So You Want To Be A Professional Groom

Grooming at the A/AA & FEI International level has a certain allure to equestrians everywhere.  Being able to soak up all that knowledge while working with some of the top riders and horses in the world is no small feat.

After a twitter response went viral for professional groom Ally Bradley; we decided to sit down and share her knowledge of the industry in hopes that it helps some of you looking to get in to grooming as a full time career. 


I fell into grooming by PURE accident. I had absolutely no idea what it was, I held very little experience in professional grooming and I had almost no real experience at the level I threw myself into. I walked in very confident, knowing nothing more than my little junior horse and frankly - had my butt handed to me on a platter.  I hated it. I felt so forsaken by the system. I had been a working student at a small farm in Texas for what felt like AGES. We had always grown up on work hard = opportunity. To move to Wellington and see that hard work = a possible pat on the back was really difficult. I wanted to run back home and hide in my local circuit again. It took a lot to put my ego aside and realize I really didn’t know that much. 

I started up with a big barn. They took me under their wing and began to teach me the A/AA Circuit, and eventually even the international FEI circuit. I couldn’t believe the things they did to horses. Icing after jumping, wraps, laser therapy, the spa, theraplates, ear plugs; I must have learned about 6 different ways of lunging as well.  The vet and the farrier were constantly involved in my day to day to maintain these top jumpers.  I could go on and on. It felt very foreign and it really was. I did my best to learn (which God bless my manager and many trainers because by nature I am quite stubborn..)  BUT it did pay off.

When I came home for a visit I rode like a entirely different person. My flat work improved 100%, I could finally get to the base of a fence and I had a whole new understanding of the sport. I realized that my time on the floor learning to care and manage the horses was going to make me the rider and horseman I wanted to be.

Since then I have gone on to work with some big names both nationally (USA) and internationally. I have had the opportunity to ride many AMAZING top of the line horses. Things that would normally be out of my financial grasp are now at my finger tips, but only if I am willing to put the work in. Grooming has opened my eyes to a new world and has given me chances to do things like riding, managing, and even a small smidge of showing.

Currently, I am a baby international show groom who is constantly starving for more. Every day I fall more in love with the sport. May that be that I am scrubbing buckets and hand walking someones Olympic prospect, riding 14 horses, or taking one of my favourite horses to the ring.  I am so happy that it’s maybe a little gross. Currently my goals include doing more on the international circuit and learning about creating longevity in both people & animals in the sport.

So you want to try grooming; what are the first steps you should take ?
Networking is the best way to go! Spend time at some horse shows, talk to other grooms. We are all constantly talking to each other about positions opening up, who is good to work for, etc.

How do you weed out the good from the bad opportunity wise ?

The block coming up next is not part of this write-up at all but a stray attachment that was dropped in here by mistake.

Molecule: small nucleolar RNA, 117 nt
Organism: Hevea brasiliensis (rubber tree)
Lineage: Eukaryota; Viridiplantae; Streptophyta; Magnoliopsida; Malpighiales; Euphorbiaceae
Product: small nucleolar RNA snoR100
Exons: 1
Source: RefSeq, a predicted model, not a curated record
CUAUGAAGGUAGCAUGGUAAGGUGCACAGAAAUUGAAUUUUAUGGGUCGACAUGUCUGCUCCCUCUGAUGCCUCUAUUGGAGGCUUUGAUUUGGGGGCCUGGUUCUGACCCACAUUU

For me, there is no such thing as a bad opportunity. Sometimes when I end up somewhere I don’t particularly enjoy I do my best to keep my head up and take notes of the things I don’t enjoy. Using it as an opportunity to say ‘I don’t want this for my horses in the future, but it was good to see it.” There is a lot of good opportunity throughout the industry for people who are passionate and want to work hard.

What is a typical day?
I have learned there is no such thing as a typical day!  In a show barn things are always changing and moving fast. The only guarantees I have in a day is that barn chores will get done & horses will be exercised at some point.

How do you best maximize your networking ?
Spending time at the horse show, making sure to talk to people! “Well I saw so-and-so but I was too shy..” does not work. Be brave, talk to people! We are all just horse people.  Luckily for this generation we are also connected by social media. There are grooms groups all over Facebook, instagram, you name it.

Do you have to give up riding yourself?
Yes and no. It depends a lot on what your employers want. In my current position I do some riding. I have had jobs where I do a LOT of riding, it almost became too much riding.  Some places there is strictly no riding.

What differs from grooming in North America versus Europe?
The spirit of the horses in Europe is really different. The shows are generally bigger, the crowds are larger, its a more popular public sport.  Where as opposed to here in North America, the shows may be big, but it is still kind of seen as an ‘elitist’ sport and won’t get the same attention as say a soccer game. In Europe when you walk into clothing stores you will see popular riders modelling the clothes on banners with their horses or in the barn. It’s very different. Here, in North America the average person will ask me if I am a jockey; and then I have to give an attempted nicely worded watered down response about the sport! 

Best advice you could give / have received
Treat every second you have at the show as if you were auditing a clinic.

Follow Ally Bradley on social media:

Twitter: @allyybrad

Instagram: @allyybradley

xoxo - Natalie

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